What’s it like recording in the studio with Sean now?
Long ass nights (laughs). He’s always trying to make sure everything is the best everything. So, sometimes it’s a tad bit obsessive. But, when you’re trying to be the best, it’s like that. You hear stories about Michael Jordan or Kobe and how they obsess over their craft.
Sean said in a recent interview that he questioned if he wanted to continue making music. Did you have any discussions with him about that and what he was going through mentally?
No, he kept that to himself. It’s some shit you can see from afar, but he’s obsessed with being the best. I saw him thinking about songs, concepts, beats, hooks, and verses. That’s what I saw.
Rappers like you and Sean love a good metaphor flip. How honest are you two with each other about your lyrics?
I always want to ask that to other n**gas in Drake’s and Kendrick’s camp. That’s a very interesting question. We definitely do [critique each other]. I’ll say some s**t and he’ll be like, “Nah.” He’ll say some s**t and I’ll be like, “Nah.” Sometimes if we feel like the other guy is missing something, we’ll try to explain, but the explanations are sometimes short-lived because there’s this unsaid rule where if I’m pushing for it, let’s at least cut it and see it how it sounds. But, if we’re like, “Nah, you’re right,” then we know we need to change something.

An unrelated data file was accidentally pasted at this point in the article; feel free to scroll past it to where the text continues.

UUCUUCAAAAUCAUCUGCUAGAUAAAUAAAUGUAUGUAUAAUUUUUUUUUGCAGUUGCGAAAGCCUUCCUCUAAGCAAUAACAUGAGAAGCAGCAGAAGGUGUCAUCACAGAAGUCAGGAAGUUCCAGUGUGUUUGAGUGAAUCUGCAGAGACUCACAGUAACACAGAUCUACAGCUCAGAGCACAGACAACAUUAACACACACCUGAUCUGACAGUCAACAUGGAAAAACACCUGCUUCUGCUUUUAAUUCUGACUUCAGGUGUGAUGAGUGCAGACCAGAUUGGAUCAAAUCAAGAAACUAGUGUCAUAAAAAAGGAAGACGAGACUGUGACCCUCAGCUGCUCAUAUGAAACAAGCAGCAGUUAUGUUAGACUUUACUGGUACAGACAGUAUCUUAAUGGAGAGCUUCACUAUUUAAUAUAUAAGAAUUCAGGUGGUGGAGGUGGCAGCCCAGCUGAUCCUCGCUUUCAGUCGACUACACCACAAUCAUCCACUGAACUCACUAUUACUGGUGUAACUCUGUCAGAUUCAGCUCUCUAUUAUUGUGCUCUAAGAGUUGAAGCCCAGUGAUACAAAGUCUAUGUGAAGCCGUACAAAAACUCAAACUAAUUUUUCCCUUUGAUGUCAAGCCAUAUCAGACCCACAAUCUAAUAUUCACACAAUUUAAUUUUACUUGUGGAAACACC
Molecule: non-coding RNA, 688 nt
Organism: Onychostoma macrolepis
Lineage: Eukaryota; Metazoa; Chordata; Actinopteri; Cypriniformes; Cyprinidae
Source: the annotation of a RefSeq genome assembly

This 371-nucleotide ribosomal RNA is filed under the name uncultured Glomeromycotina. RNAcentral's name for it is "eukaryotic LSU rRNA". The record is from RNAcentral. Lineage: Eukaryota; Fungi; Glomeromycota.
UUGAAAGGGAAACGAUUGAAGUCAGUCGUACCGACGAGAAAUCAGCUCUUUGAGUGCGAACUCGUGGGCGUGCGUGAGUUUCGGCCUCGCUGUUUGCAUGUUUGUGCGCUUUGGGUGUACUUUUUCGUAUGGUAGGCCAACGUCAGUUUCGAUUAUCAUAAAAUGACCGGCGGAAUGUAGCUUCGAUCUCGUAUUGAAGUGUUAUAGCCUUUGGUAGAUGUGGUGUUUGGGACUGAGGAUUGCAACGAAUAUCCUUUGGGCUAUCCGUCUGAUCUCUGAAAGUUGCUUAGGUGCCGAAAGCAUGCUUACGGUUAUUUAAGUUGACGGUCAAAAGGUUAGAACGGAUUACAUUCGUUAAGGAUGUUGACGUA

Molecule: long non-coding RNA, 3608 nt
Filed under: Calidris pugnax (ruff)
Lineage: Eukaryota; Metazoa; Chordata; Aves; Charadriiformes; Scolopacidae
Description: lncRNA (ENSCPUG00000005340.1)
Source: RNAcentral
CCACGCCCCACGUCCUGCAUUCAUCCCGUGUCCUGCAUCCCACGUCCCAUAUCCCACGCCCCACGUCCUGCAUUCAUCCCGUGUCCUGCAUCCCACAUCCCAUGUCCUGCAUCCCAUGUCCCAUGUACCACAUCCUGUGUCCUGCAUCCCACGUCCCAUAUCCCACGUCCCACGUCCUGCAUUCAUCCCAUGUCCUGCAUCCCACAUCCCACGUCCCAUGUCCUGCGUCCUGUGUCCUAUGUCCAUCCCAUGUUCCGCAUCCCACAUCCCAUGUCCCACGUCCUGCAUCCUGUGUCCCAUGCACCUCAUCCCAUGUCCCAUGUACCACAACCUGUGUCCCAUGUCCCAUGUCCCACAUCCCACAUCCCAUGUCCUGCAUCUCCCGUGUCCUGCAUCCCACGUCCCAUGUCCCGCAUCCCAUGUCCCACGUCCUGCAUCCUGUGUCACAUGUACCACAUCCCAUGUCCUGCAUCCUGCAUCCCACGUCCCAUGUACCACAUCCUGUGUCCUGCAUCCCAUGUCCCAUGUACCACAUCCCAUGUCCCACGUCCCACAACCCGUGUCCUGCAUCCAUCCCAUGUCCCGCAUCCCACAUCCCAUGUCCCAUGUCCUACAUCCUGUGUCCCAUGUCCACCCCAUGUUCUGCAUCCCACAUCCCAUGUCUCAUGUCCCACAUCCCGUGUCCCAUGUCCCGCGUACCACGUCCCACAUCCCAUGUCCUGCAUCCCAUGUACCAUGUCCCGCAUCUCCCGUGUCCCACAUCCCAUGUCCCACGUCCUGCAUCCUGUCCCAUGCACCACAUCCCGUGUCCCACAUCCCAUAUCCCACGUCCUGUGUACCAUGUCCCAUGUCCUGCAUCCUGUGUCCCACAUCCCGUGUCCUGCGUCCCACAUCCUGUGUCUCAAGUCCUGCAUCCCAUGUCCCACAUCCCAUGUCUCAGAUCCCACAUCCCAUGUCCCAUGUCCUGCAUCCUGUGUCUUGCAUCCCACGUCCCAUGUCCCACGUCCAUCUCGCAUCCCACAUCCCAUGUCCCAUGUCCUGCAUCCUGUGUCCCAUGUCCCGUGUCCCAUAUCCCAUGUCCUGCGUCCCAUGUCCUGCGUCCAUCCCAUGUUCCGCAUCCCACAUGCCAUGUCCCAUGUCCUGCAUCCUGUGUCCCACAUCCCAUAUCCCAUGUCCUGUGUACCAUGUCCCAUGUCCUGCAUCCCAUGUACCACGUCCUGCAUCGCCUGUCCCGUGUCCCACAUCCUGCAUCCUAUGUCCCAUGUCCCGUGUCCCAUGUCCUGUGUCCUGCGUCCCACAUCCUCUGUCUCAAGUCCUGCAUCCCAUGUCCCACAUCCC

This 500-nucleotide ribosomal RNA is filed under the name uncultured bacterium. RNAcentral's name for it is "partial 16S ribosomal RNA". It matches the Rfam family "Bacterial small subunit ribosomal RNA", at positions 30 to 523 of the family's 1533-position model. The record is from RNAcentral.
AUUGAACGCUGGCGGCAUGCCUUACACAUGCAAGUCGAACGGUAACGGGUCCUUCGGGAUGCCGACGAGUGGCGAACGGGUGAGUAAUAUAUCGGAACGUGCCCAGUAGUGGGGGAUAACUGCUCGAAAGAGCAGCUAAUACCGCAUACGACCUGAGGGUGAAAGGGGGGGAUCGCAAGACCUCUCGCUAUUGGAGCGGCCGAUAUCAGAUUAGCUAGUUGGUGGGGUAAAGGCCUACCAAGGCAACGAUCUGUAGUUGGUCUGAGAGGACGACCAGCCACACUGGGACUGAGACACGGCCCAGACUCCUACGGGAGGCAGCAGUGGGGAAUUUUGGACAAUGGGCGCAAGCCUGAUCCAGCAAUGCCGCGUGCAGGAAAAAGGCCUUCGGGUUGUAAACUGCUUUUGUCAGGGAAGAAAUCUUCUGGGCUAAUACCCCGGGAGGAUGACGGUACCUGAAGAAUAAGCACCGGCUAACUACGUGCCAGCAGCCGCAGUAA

Who have you worked with recently besides Sean?
I worked on Diggy Simmons’ most recent project and that social aspect is what I’m strong at. I can get into a person’s mind and help them turn that into lyrics and music. Diggy was trying to get these complete thoughts and feelings out. Writing them out and talking about them is one thing, but putting them over beats, and making it rhyme and make sense was my job. He was trying to tell a story. He wanted proper representation musically to show his true self. That was one of the biggest narratives in our sessions. He’s very easy going. He’s smart. He has good, clean energy. Outside of music, that’s my dawg.
What conversations did you have in the studio around his image?
He had stories of maturation involving him growing up and not being looked at as little Diggy but the man — the guy you see on “grown-ish.” He’s in his early 20s, so he’s just getting into the manhood age and he wants his music to reflect the man he’s becoming. A lot of those conversations were about that and not trying to chase a single.
What’s the most memorable session you were ever part of?